Pachauri flays govt-backed report on glaciers’ melting



Pachauri flays govt-backed report on glaciers’ melting New Delhi: Rubbishing the claim by a government-backed study that melting of glaciers was not due to climate change, leading environmentalist R K Pachauri on Saturday dubbed it as "totally unsubstantiated scientific opinion" and flayed Environment Minister Jairam Ramesh for endorsing it.

Pachauri, the head of Nobel prize winner Inter-governmental Panel on Climate Change (IPCC), said it was universally acknowledged that glaciers were melting because of climate change and the same applied to Indian glaciers.

"Everywhere in the world, glaciers are melting due to climate change, the Arctic is melting because of climate change. What is so special about Indian glaciers?" Pachauri told an agency.

The study by former deputy director general of the Geological Survey of India V K Raina has claimed that while most glaciers are in the process of retreat, some Himalayan glaciers, such as the Siachen glacier, are actually advancing and some others are retreating at a rate lower than before, such as the Gangotri glacier.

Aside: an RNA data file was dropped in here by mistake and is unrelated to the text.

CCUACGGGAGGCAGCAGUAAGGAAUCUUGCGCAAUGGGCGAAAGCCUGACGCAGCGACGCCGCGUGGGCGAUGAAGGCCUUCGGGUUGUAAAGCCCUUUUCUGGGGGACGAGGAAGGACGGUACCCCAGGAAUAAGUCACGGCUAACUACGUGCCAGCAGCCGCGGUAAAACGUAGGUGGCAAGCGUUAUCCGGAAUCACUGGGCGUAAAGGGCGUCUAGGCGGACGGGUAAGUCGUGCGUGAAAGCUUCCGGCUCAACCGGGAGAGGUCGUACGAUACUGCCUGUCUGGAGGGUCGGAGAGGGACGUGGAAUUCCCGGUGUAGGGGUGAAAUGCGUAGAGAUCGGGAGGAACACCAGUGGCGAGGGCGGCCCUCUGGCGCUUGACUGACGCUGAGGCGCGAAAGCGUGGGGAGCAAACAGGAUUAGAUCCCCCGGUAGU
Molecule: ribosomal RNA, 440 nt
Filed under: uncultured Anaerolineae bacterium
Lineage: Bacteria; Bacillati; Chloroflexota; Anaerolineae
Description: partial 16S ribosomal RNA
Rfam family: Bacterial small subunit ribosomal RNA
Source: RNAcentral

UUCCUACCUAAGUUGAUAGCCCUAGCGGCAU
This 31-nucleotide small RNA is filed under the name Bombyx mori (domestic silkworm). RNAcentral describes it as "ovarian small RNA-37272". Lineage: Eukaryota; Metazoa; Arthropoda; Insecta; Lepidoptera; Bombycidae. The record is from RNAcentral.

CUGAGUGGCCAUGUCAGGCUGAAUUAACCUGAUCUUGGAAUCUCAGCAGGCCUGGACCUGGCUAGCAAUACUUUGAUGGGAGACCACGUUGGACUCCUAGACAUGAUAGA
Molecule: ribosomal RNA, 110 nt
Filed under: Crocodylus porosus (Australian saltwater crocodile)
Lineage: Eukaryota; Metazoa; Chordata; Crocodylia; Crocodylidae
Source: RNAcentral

The study, which was released by Ramesh last week, also claimed that climate change can't be cited as a reason for melting of glaciers in the absence of conclusive scientific evidence, a view that contradicts that of IPCC.

Questioning the basis of the study supported by the Environment Ministry, Pachauri asked, "How can you come to the conclusion that it is not climate change and something else? You give the reasons first. I don't know why the minister is supporting this one-man research."

Mincing no words in criticising the author of the report, Pachauri said, "it is the observation of the entire scientific community that glaciers are melting.

He alleged that the study has no references, no citations and is a totally unsubstantiated scientific opinion.

IPCC is world's leading body for assessing climate change and in its fourth assessment report in 2007, it said Himalayan glaciers are retreating faster than in any other part of the world, and if this continues, they are likely to disappear by 2035, or perhaps sooner.

He, however, welcomed Environment Ministry's move to conduct more scientific research and study on glaciers.

"We do need more extensive measurement of the Himalayan range and there are only two-three glaciologist in the country. We need to strengthen this area," Pachauri added.

Bureau Report